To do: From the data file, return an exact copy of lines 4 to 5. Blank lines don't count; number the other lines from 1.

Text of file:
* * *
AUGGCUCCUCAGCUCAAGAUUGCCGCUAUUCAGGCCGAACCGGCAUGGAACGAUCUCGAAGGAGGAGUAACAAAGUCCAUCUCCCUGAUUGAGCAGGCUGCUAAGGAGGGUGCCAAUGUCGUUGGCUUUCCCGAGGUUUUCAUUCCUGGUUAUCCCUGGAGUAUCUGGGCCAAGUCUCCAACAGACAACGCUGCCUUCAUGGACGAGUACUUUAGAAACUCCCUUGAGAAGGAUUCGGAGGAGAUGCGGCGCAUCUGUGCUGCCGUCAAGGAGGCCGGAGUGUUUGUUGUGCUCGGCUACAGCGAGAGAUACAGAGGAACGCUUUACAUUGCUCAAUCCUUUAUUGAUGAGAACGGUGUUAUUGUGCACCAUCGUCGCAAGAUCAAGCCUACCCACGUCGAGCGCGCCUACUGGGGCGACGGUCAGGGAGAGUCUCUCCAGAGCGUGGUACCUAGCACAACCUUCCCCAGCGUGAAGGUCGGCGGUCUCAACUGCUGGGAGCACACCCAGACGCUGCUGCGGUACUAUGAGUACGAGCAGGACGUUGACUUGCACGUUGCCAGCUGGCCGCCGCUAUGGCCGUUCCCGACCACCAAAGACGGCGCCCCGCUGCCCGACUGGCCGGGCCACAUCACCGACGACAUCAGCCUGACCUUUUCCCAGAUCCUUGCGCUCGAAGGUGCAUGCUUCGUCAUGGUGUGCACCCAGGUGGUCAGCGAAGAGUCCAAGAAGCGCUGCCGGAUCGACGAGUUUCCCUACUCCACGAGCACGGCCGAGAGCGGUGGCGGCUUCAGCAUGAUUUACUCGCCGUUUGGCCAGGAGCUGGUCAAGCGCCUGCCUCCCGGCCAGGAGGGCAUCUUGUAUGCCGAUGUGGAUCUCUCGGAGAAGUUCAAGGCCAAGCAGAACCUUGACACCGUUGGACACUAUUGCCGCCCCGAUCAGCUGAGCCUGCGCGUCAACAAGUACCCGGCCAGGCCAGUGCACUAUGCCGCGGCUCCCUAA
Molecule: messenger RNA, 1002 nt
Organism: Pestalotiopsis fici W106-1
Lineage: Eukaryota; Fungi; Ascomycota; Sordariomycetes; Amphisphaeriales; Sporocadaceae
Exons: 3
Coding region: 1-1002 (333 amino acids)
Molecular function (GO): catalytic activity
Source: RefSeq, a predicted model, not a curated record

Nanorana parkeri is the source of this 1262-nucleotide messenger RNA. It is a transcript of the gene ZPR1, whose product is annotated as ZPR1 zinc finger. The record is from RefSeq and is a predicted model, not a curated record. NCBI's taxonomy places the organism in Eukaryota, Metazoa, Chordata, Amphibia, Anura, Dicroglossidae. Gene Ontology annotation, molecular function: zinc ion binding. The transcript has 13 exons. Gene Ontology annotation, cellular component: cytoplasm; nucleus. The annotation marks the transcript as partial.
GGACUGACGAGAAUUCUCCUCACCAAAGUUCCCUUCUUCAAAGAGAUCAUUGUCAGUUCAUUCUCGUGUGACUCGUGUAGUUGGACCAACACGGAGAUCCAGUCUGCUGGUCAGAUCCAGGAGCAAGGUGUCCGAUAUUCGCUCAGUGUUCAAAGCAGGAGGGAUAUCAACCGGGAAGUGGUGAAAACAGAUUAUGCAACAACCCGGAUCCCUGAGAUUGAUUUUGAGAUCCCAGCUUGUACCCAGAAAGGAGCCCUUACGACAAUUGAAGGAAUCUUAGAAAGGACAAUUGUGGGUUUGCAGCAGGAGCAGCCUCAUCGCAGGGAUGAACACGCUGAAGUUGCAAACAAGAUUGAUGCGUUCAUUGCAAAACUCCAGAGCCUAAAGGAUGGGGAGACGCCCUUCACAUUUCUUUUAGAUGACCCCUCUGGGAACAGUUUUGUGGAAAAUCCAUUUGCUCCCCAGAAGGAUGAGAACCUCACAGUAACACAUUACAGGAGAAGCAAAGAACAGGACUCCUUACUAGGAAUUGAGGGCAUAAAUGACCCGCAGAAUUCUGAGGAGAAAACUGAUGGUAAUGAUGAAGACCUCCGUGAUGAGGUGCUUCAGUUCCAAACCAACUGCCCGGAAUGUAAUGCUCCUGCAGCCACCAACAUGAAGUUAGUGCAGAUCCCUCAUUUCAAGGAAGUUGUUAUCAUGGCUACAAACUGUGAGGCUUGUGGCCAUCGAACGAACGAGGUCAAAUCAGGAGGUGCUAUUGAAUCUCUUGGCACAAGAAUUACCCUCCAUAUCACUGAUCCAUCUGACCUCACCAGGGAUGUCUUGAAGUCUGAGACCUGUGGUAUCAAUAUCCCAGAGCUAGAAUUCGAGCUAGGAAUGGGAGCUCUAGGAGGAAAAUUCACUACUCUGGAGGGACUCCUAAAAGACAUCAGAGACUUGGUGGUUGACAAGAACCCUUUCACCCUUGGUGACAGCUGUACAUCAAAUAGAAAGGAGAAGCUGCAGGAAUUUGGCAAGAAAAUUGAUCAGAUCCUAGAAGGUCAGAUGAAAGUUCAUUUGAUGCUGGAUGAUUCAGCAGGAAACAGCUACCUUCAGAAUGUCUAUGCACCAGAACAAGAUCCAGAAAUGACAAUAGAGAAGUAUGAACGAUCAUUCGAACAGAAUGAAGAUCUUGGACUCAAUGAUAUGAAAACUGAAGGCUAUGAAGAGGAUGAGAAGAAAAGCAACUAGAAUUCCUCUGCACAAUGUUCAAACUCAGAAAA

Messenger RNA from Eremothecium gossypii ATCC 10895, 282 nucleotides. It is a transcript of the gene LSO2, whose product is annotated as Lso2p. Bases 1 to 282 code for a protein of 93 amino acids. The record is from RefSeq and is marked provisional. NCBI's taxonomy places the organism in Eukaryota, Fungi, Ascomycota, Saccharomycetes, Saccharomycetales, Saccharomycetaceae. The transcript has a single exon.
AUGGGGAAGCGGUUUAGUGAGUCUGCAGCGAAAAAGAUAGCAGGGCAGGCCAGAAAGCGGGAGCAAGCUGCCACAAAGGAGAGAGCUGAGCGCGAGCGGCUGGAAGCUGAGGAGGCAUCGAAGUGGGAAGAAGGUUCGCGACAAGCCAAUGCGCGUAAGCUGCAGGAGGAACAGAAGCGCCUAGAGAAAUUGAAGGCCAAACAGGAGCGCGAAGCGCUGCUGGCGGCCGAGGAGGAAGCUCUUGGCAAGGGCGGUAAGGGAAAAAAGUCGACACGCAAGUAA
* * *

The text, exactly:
Lineage: Eukaryota; Fungi; Ascomycota; Sordariomycetes; Amphisphaeriales; Sporocadaceae
Exons: 3